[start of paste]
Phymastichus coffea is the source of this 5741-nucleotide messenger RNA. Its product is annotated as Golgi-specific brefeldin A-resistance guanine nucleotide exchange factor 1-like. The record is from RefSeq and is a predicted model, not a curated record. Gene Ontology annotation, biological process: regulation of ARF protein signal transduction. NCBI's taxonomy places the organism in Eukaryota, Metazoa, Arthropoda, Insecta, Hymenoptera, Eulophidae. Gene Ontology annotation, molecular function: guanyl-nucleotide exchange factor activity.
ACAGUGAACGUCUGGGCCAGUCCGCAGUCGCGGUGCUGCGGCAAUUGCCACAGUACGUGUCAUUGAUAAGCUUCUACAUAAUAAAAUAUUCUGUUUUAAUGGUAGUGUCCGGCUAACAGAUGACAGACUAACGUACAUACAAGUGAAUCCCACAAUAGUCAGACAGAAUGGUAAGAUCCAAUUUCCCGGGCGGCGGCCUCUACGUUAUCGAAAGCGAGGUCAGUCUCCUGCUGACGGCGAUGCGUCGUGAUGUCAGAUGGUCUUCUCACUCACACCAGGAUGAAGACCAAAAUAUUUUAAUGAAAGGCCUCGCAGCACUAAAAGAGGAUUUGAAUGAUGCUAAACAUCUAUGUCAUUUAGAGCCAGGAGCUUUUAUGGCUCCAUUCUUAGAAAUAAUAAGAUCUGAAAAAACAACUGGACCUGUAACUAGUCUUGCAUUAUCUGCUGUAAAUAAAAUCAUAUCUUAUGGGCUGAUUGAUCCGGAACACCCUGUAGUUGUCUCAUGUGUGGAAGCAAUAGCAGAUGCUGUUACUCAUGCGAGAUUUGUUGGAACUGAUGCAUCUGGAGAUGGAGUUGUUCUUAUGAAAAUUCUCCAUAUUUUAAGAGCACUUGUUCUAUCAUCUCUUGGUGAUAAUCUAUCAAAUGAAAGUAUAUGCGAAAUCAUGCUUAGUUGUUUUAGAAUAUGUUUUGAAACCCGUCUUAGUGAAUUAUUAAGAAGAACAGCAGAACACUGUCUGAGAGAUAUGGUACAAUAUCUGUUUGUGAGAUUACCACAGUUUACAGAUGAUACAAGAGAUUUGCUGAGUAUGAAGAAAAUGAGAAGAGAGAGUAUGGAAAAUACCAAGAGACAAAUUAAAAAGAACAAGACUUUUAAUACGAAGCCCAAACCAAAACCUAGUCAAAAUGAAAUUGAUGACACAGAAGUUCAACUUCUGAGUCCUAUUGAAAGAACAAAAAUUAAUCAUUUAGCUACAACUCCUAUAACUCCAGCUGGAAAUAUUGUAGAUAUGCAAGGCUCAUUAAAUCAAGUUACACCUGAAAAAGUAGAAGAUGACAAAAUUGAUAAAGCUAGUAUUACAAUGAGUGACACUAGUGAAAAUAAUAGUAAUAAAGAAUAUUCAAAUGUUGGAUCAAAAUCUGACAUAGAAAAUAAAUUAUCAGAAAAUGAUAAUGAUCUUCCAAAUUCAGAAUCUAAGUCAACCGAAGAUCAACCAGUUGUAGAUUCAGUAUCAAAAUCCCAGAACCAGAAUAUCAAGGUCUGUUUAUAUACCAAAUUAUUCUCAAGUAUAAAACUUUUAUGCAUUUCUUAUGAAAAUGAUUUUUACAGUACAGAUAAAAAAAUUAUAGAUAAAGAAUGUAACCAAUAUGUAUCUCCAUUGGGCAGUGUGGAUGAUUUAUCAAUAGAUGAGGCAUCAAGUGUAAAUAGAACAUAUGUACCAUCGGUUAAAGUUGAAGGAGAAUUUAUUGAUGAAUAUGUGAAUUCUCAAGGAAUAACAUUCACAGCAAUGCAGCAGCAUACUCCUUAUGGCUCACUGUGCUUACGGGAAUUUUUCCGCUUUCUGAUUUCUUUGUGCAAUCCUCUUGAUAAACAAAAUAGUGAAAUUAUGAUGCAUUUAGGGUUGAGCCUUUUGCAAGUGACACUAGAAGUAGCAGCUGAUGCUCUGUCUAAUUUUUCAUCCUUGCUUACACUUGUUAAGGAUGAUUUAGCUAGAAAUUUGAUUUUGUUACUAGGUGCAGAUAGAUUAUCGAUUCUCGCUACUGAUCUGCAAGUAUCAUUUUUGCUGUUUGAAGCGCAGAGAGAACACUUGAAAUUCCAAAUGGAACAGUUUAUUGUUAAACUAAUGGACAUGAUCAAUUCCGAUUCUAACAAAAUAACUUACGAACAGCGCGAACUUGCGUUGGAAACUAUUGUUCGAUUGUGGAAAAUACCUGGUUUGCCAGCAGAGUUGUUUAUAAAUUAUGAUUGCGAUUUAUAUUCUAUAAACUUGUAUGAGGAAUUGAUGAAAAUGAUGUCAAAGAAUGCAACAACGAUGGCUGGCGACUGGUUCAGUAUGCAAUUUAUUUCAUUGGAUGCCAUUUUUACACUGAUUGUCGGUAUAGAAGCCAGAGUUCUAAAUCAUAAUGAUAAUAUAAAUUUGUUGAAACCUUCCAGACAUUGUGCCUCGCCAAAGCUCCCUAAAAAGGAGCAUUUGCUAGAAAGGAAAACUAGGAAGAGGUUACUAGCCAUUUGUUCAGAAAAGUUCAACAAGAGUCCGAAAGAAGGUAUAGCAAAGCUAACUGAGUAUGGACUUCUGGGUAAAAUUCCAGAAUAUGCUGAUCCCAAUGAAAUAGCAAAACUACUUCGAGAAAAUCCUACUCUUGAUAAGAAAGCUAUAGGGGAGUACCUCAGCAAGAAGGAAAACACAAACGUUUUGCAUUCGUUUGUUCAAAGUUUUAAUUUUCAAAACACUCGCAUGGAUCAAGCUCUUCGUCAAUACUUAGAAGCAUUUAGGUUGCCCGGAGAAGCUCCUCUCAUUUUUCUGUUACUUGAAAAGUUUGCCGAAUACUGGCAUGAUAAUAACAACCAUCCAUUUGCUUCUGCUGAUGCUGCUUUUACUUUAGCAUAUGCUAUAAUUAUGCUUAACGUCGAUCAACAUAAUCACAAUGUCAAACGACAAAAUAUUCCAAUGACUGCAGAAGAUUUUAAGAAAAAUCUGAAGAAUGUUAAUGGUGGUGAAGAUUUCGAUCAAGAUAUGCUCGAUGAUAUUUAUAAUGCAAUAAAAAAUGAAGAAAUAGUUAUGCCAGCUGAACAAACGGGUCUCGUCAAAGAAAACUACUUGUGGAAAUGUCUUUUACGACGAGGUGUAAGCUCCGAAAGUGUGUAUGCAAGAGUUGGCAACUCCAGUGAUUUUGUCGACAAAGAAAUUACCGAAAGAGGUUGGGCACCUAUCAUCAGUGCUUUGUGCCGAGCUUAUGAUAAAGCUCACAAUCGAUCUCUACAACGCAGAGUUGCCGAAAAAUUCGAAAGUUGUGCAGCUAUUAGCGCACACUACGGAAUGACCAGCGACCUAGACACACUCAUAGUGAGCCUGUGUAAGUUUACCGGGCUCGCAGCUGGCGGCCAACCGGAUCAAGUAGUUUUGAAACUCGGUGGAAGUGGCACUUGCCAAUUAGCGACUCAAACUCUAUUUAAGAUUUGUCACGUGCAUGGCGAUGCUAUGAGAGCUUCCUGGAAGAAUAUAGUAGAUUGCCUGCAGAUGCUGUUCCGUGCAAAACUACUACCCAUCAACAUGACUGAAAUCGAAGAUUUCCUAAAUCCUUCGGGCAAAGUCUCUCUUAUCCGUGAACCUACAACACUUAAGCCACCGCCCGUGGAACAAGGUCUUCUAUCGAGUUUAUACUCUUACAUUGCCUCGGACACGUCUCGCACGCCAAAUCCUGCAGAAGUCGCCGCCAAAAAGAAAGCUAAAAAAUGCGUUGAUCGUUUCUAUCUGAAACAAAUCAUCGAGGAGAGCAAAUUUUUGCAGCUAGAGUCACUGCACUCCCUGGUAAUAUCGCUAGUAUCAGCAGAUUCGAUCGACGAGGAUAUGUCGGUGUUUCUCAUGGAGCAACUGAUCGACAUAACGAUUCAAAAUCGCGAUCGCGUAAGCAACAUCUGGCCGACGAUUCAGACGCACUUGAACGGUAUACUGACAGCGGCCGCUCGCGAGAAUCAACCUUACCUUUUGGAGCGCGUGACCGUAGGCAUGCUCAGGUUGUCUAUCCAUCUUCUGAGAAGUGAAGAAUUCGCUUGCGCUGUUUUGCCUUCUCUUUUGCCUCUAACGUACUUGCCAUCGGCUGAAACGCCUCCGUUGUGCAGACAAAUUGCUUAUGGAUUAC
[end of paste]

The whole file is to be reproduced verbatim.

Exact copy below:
Phymastichus coffea is the source of this 5741-nucleotide messenger RNA. Its product is annotated as Golgi-specific brefeldin A-resistance guanine nucleotide exchange factor 1-like. The record is from RefSeq and is a predicted model, not a curated record. Gene Ontology annotation, biological process: regulation of ARF protein signal transduction. NCBI's taxonomy places the organism in Eukaryota, Metazoa, Arthropoda, Insecta, Hymenoptera, Eulophidae. Gene Ontology annotation, molecular function: guanyl-nucleotide exchange factor activity.
ACAGUGAACGUCUGGGCCAGUCCGCAGUCGCGGUGCUGCGGCAAUUGCCACAGUACGUGUCAUUGAUAAGCUUCUACAUAAUAAAAUAUUCUGUUUUAAUGGUAGUGUCCGGCUAACAGAUGACAGACUAACGUACAUACAAGUGAAUCCCACAAUAGUCAGACAGAAUGGUAAGAUCCAAUUUCCCGGGCGGCGGCCUCUACGUUAUCGAAAGCGAGGUCAGUCUCCUGCUGACGGCGAUGCGUCGUGAUGUCAGAUGGUCUUCUCACUCACACCAGGAUGAAGACCAAAAUAUUUUAAUGAAAGGCCUCGCAGCACUAAAAGAGGAUUUGAAUGAUGCUAAACAUCUAUGUCAUUUAGAGCCAGGAGCUUUUAUGGCUCCAUUCUUAGAAAUAAUAAGAUCUGAAAAAACAACUGGACCUGUAACUAGUCUUGCAUUAUCUGCUGUAAAUAAAAUCAUAUCUUAUGGGCUGAUUGAUCCGGAACACCCUGUAGUUGUCUCAUGUGUGGAAGCAAUAGCAGAUGCUGUUACUCAUGCGAGAUUUGUUGGAACUGAUGCAUCUGGAGAUGGAGUUGUUCUUAUGAAAAUUCUCCAUAUUUUAAGAGCACUUGUUCUAUCAUCUCUUGGUGAUAAUCUAUCAAAUGAAAGUAUAUGCGAAAUCAUGCUUAGUUGUUUUAGAAUAUGUUUUGAAACCCGUCUUAGUGAAUUAUUAAGAAGAACAGCAGAACACUGUCUGAGAGAUAUGGUACAAUAUCUGUUUGUGAGAUUACCACAGUUUACAGAUGAUACAAGAGAUUUGCUGAGUAUGAAGAAAAUGAGAAGAGAGAGUAUGGAAAAUACCAAGAGACAAAUUAAAAAGAACAAGACUUUUAAUACGAAGCCCAAACCAAAACCUAGUCAAAAUGAAAUUGAUGACACAGAAGUUCAACUUCUGAGUCCUAUUGAAAGAACAAAAAUUAAUCAUUUAGCUACAACUCCUAUAACUCCAGCUGGAAAUAUUGUAGAUAUGCAAGGCUCAUUAAAUCAAGUUACACCUGAAAAAGUAGAAGAUGACAAAAUUGAUAAAGCUAGUAUUACAAUGAGUGACACUAGUGAAAAUAAUAGUAAUAAAGAAUAUUCAAAUGUUGGAUCAAAAUCUGACAUAGAAAAUAAAUUAUCAGAAAAUGAUAAUGAUCUUCCAAAUUCAGAAUCUAAGUCAACCGAAGAUCAACCAGUUGUAGAUUCAGUAUCAAAAUCCCAGAACCAGAAUAUCAAGGUCUGUUUAUAUACCAAAUUAUUCUCAAGUAUAAAACUUUUAUGCAUUUCUUAUGAAAAUGAUUUUUACAGUACAGAUAAAAAAAUUAUAGAUAAAGAAUGUAACCAAUAUGUAUCUCCAUUGGGCAGUGUGGAUGAUUUAUCAAUAGAUGAGGCAUCAAGUGUAAAUAGAACAUAUGUACCAUCGGUUAAAGUUGAAGGAGAAUUUAUUGAUGAAUAUGUGAAUUCUCAAGGAAUAACAUUCACAGCAAUGCAGCAGCAUACUCCUUAUGGCUCACUGUGCUUACGGGAAUUUUUCCGCUUUCUGAUUUCUUUGUGCAAUCCUCUUGAUAAACAAAAUAGUGAAAUUAUGAUGCAUUUAGGGUUGAGCCUUUUGCAAGUGACACUAGAAGUAGCAGCUGAUGCUCUGUCUAAUUUUUCAUCCUUGCUUACACUUGUUAAGGAUGAUUUAGCUAGAAAUUUGAUUUUGUUACUAGGUGCAGAUAGAUUAUCGAUUCUCGCUACUGAUCUGCAAGUAUCAUUUUUGCUGUUUGAAGCGCAGAGAGAACACUUGAAAUUCCAAAUGGAACAGUUUAUUGUUAAACUAAUGGACAUGAUCAAUUCCGAUUCUAACAAAAUAACUUACGAACAGCGCGAACUUGCGUUGGAAACUAUUGUUCGAUUGUGGAAAAUACCUGGUUUGCCAGCAGAGUUGUUUAUAAAUUAUGAUUGCGAUUUAUAUUCUAUAAACUUGUAUGAGGAAUUGAUGAAAAUGAUGUCAAAGAAUGCAACAACGAUGGCUGGCGACUGGUUCAGUAUGCAAUUUAUUUCAUUGGAUGCCAUUUUUACACUGAUUGUCGGUAUAGAAGCCAGAGUUCUAAAUCAUAAUGAUAAUAUAAAUUUGUUGAAACCUUCCAGACAUUGUGCCUCGCCAAAGCUCCCUAAAAAGGAGCAUUUGCUAGAAAGGAAAACUAGGAAGAGGUUACUAGCCAUUUGUUCAGAAAAGUUCAACAAGAGUCCGAAAGAAGGUAUAGCAAAGCUAACUGAGUAUGGACUUCUGGGUAAAAUUCCAGAAUAUGCUGAUCCCAAUGAAAUAGCAAAACUACUUCGAGAAAAUCCUACUCUUGAUAAGAAAGCUAUAGGGGAGUACCUCAGCAAGAAGGAAAACACAAACGUUUUGCAUUCGUUUGUUCAAAGUUUUAAUUUUCAAAACACUCGCAUGGAUCAAGCUCUUCGUCAAUACUUAGAAGCAUUUAGGUUGCCCGGAGAAGCUCCUCUCAUUUUUCUGUUACUUGAAAAGUUUGCCGAAUACUGGCAUGAUAAUAACAACCAUCCAUUUGCUUCUGCUGAUGCUGCUUUUACUUUAGCAUAUGCUAUAAUUAUGCUUAACGUCGAUCAACAUAAUCACAAUGUCAAACGACAAAAUAUUCCAAUGACUGCAGAAGAUUUUAAGAAAAAUCUGAAGAAUGUUAAUGGUGGUGAAGAUUUCGAUCAAGAUAUGCUCGAUGAUAUUUAUAAUGCAAUAAAAAAUGAAGAAAUAGUUAUGCCAGCUGAACAAACGGGUCUCGUCAAAGAAAACUACUUGUGGAAAUGUCUUUUACGACGAGGUGUAAGCUCCGAAAGUGUGUAUGCAAGAGUUGGCAACUCCAGUGAUUUUGUCGACAAAGAAAUUACCGAAAGAGGUUGGGCACCUAUCAUCAGUGCUUUGUGCCGAGCUUAUGAUAAAGCUCACAAUCGAUCUCUACAACGCAGAGUUGCCGAAAAAUUCGAAAGUUGUGCAGCUAUUAGCGCACACUACGGAAUGACCAGCGACCUAGACACACUCAUAGUGAGCCUGUGUAAGUUUACCGGGCUCGCAGCUGGCGGCCAACCGGAUCAAGUAGUUUUGAAACUCGGUGGAAGUGGCACUUGCCAAUUAGCGACUCAAACUCUAUUUAAGAUUUGUCACGUGCAUGGCGAUGCUAUGAGAGCUUCCUGGAAGAAUAUAGUAGAUUGCCUGCAGAUGCUGUUCCGUGCAAAACUACUACCCAUCAACAUGACUGAAAUCGAAGAUUUCCUAAAUCCUUCGGGCAAAGUCUCUCUUAUCCGUGAACCUACAACACUUAAGCCACCGCCCGUGGAACAAGGUCUUCUAUCGAGUUUAUACUCUUACAUUGCCUCGGACACGUCUCGCACGCCAAAUCCUGCAGAAGUCGCCGCCAAAAAGAAAGCUAAAAAAUGCGUUGAUCGUUUCUAUCUGAAACAAAUCAUCGAGGAGAGCAAAUUUUUGCAGCUAGAGUCACUGCACUCCCUGGUAAUAUCGCUAGUAUCAGCAGAUUCGAUCGACGAGGAUAUGUCGGUGUUUCUCAUGGAGCAACUGAUCGACAUAACGAUUCAAAAUCGCGAUCGCGUAAGCAACAUCUGGCCGACGAUUCAGACGCACUUGAACGGUAUACUGACAGCGGCCGCUCGCGAGAAUCAACCUUACCUUUUGGAGCGCGUGACCGUAGGCAUGCUCAGGUUGUCUAUCCAUCUUCUGAGAAGUGAAGAAUUCGCUUGCGCUGUUUUGCCUUCUCUUUUGCCUCUAACGUACUUGCCAUCGGCUGAAACGCCUCCGUUGUGCAGACAAAUUGCUUAUGGAUUAC